Nazanin Zaghari-Ratcliffe is today a British citizen held by the regime on secret charges — an affront to British Power, a potential casus belli — and part of an absurd diplomacy involving provocative behaviors (e.g., seizing patrol boats in open waters) that appears to play out between Iran and its western marks with fair regularity.
Posted to YouTube December 22, 2006.
Posted to YouTube April 27, 2007.
Posted to YouTube June 21, 2009.
Posted to YouTube June 3, 2012 (22-minute interview).
Posted to YouTube May 10, 2016.
Posted to YouTube December 19, 2016.
As of July 2012, the whereabouts of Fatehi, age approx. 25, were reported as unknown by individuals in the West with whom she had prior contact, with current contact being only the most sporadic. A book from Canadian supporter and activist Nazanin Afshin-Jam appeared in 2012 chronicling the divergent lives of these two Iranian Nazanins, whose lives intersected during the period of Fatehi’s trial; media responses to the book were generally positive
Dystopian Imagination —
In the American high school education of the 1960s, the above were part of the canon taught to all. Any who missed mention of Golding, Huxley, and Orwell or failed to read Animal Farm (or the Cliff Notes) would have had to have missed school altogether. Awareness and fear of absolute obedience before a tyrannical authority; of erasure beneath the wheels of an engineered, mechanical, repeating society; of cynical political manipulation and exploitation; and of savagery itself were built into the imaginations of the young. As our own society could not be the dystopian nightmares observed in reading, we would have to wade back through history or wait for the Islamic Small Wars as they present online to let us know that somewhere our fictions were emblematic of somebody’s political and social reality in situ.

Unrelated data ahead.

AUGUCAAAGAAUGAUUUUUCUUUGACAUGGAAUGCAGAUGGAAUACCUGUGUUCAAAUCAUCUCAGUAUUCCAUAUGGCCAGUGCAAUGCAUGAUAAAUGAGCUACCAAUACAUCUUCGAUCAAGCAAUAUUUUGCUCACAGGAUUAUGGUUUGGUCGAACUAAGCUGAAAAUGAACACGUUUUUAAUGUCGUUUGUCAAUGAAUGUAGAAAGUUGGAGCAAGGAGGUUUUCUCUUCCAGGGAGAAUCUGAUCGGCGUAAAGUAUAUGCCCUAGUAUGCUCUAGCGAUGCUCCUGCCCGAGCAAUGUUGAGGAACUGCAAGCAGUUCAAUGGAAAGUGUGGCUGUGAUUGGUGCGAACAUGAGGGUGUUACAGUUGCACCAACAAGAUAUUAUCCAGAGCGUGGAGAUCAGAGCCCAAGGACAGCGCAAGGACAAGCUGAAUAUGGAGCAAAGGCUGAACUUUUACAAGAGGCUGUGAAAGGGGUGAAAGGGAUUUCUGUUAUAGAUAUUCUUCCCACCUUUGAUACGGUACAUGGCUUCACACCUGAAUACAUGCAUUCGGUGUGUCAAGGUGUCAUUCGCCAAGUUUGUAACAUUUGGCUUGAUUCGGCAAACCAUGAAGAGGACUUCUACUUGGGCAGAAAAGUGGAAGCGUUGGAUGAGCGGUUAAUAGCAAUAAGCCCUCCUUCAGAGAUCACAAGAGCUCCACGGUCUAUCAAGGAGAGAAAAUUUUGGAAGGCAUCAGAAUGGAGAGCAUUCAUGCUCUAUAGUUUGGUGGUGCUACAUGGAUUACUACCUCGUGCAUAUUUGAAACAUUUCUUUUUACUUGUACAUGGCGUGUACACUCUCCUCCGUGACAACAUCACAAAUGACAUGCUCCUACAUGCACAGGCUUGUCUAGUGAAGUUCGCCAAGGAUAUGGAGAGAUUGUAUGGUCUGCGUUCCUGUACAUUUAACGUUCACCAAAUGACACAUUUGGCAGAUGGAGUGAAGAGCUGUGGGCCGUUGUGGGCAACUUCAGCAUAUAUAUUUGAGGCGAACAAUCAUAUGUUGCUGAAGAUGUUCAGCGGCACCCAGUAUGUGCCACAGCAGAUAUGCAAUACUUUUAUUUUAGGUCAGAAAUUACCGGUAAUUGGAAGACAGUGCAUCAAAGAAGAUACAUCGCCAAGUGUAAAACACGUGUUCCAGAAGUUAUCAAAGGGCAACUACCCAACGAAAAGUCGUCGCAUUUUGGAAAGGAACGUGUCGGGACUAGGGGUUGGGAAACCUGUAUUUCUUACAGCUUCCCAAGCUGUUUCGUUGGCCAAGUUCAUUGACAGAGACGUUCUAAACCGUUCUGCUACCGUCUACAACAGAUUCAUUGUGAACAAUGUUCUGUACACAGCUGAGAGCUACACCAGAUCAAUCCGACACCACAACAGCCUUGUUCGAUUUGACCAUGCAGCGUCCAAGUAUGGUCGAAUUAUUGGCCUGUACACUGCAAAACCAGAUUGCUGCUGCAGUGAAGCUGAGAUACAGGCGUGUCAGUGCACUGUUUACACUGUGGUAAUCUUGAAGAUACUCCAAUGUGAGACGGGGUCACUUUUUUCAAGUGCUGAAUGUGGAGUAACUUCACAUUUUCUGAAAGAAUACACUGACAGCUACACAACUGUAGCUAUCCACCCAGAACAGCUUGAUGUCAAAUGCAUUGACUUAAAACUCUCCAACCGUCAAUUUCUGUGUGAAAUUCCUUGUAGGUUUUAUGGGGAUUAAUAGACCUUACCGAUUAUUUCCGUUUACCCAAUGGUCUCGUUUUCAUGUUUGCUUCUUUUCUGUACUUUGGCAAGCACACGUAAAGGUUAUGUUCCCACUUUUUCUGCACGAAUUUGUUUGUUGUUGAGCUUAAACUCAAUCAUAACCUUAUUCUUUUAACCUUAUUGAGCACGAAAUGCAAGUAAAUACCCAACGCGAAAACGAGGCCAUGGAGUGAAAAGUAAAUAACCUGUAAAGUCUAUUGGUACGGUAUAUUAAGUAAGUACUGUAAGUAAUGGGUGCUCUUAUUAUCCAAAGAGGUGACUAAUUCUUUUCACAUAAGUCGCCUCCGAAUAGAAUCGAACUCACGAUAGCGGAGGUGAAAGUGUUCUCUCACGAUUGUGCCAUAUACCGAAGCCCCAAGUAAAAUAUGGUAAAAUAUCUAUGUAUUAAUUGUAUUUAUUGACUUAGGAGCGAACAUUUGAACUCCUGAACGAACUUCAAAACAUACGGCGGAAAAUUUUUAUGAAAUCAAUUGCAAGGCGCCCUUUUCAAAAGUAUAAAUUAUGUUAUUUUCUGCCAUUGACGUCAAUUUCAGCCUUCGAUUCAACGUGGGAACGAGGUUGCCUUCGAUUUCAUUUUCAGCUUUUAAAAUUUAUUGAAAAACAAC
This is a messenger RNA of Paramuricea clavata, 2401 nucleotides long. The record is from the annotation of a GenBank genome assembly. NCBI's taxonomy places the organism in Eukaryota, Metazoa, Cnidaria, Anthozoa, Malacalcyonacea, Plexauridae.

Dystopian Reality —
Training a new generation of youth and inoculating them against the Western cultural invasion constitute another mission of the female Basiji, who should make their “children aware of the problems of threats through explaining outcomes and upshots of the soft war.” To achieve this goal, the WSBA established the Babies’ Basij to indoctrinate children before they reach school age. To establish the Babies’ Basij, the WSBO implemented the plan of Quranic kindergarten (mahdha-e mehrab). Under this plan, a WSBO kindergarten was established at each mosque with a WSBO base. Children between the ages of three to five years attend these kindergartens. In addition, the organization designs a curriculum to be used in the home for instructing children who are younger than three years of age. Female Basiji are encouraged to bring their children to Basij activities, in order to socialize with other children and train them for future posts in the Islamic regime (p. 117)
Columbia University Press provided BackChannels with a review copy a month or two ago, and while reading took place post-haste, reviewing has had to wait for the “what to say” about a book whose author, Saeid Golkar, has covered the subject thoroughly and done so in plain textbook prose that makes the telling of the tale — specifically, coverage of the layout and history of the most pervasive organizational element exploited by the Iranian regime to create, reinforce, and sustain a society obedient to its will — on each page all the more chilling.